The resonating concern of language encapsulates the universal virtue of the human experience.
Shakespeare identifies that God is the entity that speaks with language closely paired with meaning. Prayers, curses and prophecies are words which are derived from God as they profoundly impacted the drama. Richard’s paradoxical conversation with God through striving to obey a prophecy while simultaneously altering his predetermined fate displays his inability to speak the language of God. Richard conveys exceptionally manipulative language through deceiving the mayor into believing his allegiance to God. “·And see, a book of prayer in his hand…” Shakespeare’s use of religious motifs allow the citizens to perceive him as a sage, however, his self-contradictions revealed his true intentions. Grey’s use of elision emphasises that curses are directly procured from God, “Now Margaret’s curse is fall’n upon our heads· ” As it foreshadows Richard’s hamartia, it is, therefore, the most powerful. The rule of threes portrayed in Richmond’s uplifting and inclusive oration, “In Gods name, cheerly on, courageous friends·” allows him to exhibit his reverence to God. This allows the responders to deem him as the rightful monarch to represent a divine figure on Earth. However, Richard’s paradoxical treatment of prayers, curses and prophecies reveals his sinful and God-defying nature, depicting his unworthiness to be king. Shakespeare allowed the responder to successfully deduce Richard as a manipulator through his clever use of language as he solely speaks the language of himself rather than God’s. Ultimately, Richard’s lack of structure and disobedience of going against the language of God portrays the universality that all texts seek a point of authority and that the ruling monarch needs to respect it.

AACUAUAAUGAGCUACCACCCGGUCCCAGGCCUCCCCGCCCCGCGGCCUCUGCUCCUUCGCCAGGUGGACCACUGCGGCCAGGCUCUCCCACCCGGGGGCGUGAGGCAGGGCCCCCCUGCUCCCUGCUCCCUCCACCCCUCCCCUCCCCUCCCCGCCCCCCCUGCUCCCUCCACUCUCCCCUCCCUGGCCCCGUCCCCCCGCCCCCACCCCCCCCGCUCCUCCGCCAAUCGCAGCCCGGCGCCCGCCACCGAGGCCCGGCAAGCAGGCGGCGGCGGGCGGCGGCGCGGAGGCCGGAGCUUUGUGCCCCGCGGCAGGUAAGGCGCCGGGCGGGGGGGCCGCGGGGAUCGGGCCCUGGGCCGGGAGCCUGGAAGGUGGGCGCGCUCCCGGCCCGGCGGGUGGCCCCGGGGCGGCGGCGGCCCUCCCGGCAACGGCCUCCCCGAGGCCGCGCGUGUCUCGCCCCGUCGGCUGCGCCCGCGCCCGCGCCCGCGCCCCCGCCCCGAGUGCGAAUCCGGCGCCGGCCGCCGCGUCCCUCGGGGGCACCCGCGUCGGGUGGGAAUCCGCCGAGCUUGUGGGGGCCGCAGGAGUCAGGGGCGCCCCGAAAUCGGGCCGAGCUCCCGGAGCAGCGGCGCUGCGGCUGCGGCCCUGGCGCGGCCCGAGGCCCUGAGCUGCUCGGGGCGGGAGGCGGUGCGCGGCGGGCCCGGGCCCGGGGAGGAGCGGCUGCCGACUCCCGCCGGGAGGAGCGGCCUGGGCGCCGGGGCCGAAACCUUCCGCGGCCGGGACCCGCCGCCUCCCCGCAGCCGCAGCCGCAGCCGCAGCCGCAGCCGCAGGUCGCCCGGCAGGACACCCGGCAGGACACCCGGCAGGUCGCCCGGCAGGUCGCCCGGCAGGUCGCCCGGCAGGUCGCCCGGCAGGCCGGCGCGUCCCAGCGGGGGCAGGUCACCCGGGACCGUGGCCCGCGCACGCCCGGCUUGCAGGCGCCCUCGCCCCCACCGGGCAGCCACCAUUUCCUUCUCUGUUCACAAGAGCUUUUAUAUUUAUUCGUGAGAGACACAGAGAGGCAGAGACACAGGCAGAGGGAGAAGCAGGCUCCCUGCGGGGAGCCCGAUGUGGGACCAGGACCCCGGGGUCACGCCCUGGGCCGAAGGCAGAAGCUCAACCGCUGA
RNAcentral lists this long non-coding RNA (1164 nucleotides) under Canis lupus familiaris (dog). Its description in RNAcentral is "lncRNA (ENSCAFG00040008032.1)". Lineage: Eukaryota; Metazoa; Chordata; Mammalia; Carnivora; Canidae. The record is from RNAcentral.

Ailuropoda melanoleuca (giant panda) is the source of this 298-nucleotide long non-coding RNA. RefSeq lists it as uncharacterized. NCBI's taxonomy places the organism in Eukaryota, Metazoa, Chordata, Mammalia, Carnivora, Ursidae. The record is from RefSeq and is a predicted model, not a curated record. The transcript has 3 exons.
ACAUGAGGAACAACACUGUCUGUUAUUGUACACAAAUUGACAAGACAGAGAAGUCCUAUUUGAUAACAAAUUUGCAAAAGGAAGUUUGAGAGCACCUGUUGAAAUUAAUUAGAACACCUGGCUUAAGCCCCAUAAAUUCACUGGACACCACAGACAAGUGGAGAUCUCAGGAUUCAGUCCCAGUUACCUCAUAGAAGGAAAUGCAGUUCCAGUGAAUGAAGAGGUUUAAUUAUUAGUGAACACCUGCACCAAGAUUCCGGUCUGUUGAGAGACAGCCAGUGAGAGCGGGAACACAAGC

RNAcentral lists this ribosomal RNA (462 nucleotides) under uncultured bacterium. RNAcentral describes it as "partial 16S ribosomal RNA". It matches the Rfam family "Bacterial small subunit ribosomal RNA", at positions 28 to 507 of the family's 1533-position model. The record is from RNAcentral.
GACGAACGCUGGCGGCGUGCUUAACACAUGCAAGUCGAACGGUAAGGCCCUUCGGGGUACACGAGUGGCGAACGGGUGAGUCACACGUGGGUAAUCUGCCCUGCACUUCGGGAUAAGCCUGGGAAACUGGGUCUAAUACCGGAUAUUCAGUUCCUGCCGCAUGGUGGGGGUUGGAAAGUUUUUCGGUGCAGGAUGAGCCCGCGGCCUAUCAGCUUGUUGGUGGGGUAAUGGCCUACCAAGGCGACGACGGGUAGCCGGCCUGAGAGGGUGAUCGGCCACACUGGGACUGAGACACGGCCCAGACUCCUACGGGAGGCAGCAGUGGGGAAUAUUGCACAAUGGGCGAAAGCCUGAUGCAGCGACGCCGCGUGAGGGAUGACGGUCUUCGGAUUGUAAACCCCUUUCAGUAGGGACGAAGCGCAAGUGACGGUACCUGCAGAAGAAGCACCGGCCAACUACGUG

Similarly, Pacino’s perspective of the power of language is derived from a figure of authority. Shakespeare’s cultural significance has permanently influenced the area of literature. Pacino reframes the power of language by portraying Shakespeare as authoritative. The scene where Pacino completely silences to allow the homeless man to decipher the purpose of Shakespeare displays Pacino’s intentions. “·You know why? Because then the kids would have feelings” The implementation of hypophora insinuates the presence of a resonating universal concern; languages have lacked meaning for many years, aiding humans to perform inhumane actions. The tonal shift between the homeless man and Redgrave exerts the cause of the lack of feelings within the American language, enforcing the need for Pacino to address this cultural concern. “·thoughts and the concepts and the feelings have not been divorced from the words· ” Redgrave explores this through the rule of threes, however, no divine reason is given. Conversely, the homeless man mirrors Pacino’s belief that Shakespeare is a figure of authority and the power of language is obtained from him. The low angle shot of the homeless man establishes dominance and recognition as it confirms that his evaluation is reflective of Pacino’s “but if we meant what we said, then we would say less and mean more” The power of language is a universality and all composers respond to this despite being contextually distant. Both Shakespeare and Pacino believe that language transcends from a heightened position to the speaker. For Shakespeare, this position is of God, but for Pacino, it was Shakespeare.
The revisiting of language and morality is necessitated by its universality, despite the contextual distance. These notions resonate between both Al Pacino’s docudrama and Shakespeare’s drama of King Richard III. Language is a universality as composers are constantly exploring where the power of language comes from as all texts and people desire language which embraces meaning and is morally righteous.